- Changes Coming to the Google Lunar X Prize, earlier post

Elon Musk Wants to Build the Iron Man Hologram UI For Real, Gizmodo

"The hologram interfaces Tony Stark uses in Iron Man are awesome, no doubt. But they also aren't real. Yet. Elon Musk has been cooking up something very Stark-y, and he's planning to show it off soon. Musk isn't sharing any of the nitty-gritty details yet, but he mentioned his grand scheme on Twitter. This better not be a joke."

Russian rocket engine export ban could halt US space program, Russia Today

"Russia's Security Council is reportedly considering a ban on supplying the US with powerful RD-180 rocket engines for military communications satellites as Russia focuses on building its own new space launch center, Vostochny, in the Far East. A ban on the rockets supply to the US heavy booster, Atlas V, which delivers weighty military communications satellites and deep space exploration vehicles into orbit, could put a stop to NASA's space programs - not just military satellites."

Keith's note: The RD-180 powers the Atlas V. This report is posted on Russia Today - an organization that loves to post conspiracy theories as "news" and often serves as a de facto propaganda arm of the Russian government. The link to this story seems to work intermittently.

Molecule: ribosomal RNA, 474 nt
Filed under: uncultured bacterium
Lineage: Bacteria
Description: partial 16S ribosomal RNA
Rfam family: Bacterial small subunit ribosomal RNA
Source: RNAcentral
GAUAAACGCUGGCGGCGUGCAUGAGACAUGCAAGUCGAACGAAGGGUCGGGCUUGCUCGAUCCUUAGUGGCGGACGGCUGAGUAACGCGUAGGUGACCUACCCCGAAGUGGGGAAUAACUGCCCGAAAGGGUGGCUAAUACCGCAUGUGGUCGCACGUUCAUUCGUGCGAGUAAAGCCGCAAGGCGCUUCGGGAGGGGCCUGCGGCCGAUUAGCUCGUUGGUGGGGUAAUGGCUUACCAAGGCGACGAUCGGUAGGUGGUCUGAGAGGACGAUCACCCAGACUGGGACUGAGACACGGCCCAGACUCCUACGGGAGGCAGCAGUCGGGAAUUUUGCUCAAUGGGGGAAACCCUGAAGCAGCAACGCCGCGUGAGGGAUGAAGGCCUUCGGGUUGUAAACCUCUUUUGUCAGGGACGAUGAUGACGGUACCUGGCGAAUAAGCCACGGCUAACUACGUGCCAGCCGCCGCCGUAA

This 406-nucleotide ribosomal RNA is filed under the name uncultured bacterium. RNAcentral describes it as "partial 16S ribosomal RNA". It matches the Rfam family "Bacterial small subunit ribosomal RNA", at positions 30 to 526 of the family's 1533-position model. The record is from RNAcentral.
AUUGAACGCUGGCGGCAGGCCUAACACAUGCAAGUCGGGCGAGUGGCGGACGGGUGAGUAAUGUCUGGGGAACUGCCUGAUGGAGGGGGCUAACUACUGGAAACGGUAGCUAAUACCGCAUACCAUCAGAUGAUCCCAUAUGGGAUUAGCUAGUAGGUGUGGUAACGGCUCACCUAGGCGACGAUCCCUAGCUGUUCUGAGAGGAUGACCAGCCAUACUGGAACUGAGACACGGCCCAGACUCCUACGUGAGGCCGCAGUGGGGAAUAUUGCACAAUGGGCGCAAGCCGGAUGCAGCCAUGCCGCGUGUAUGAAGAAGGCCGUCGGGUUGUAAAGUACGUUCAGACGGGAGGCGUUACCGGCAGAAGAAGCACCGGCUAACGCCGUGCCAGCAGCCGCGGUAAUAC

Keith's note: CASIS sent out a news release today by email to the news media. At the bottom of the email was a confidentiality clause i.e. "The information contained in this e-mail message is intended only for the personal and confidential use of the recipient(s) named above. If you have received this communication in error, please notify us immediately by e-mail, and delete the original message."

I was never asked in advance by CASIS or anyone else if I wished to receive confidential information from CASIS nor do I desire to receive confidential information from CASIS. So I asked CASIS about this.

$10 million Genomics X Prize canceled: 'Outpaced by innovation', NBC

"For the first time in its 18-year history, the X Prize Foundation is canceling one of its $10 million competitions for technological innovation: the Archon Genomics X Prize, which was designed to reward quick and accurate whole-genome sequencing. ... In her report on the prize program's cancellation, PHG Foundation's Phillippa Brice said the decision was bad news for the entrants, "who apparently come away with thanks and good wishes and (presumably) a refund of their $25,000 entrance fee, but without so much as a memory stick to help further their research."

Master Team Agreement 4.1 out for Team signature, EuroLuna Blog, Google Lunar X Prize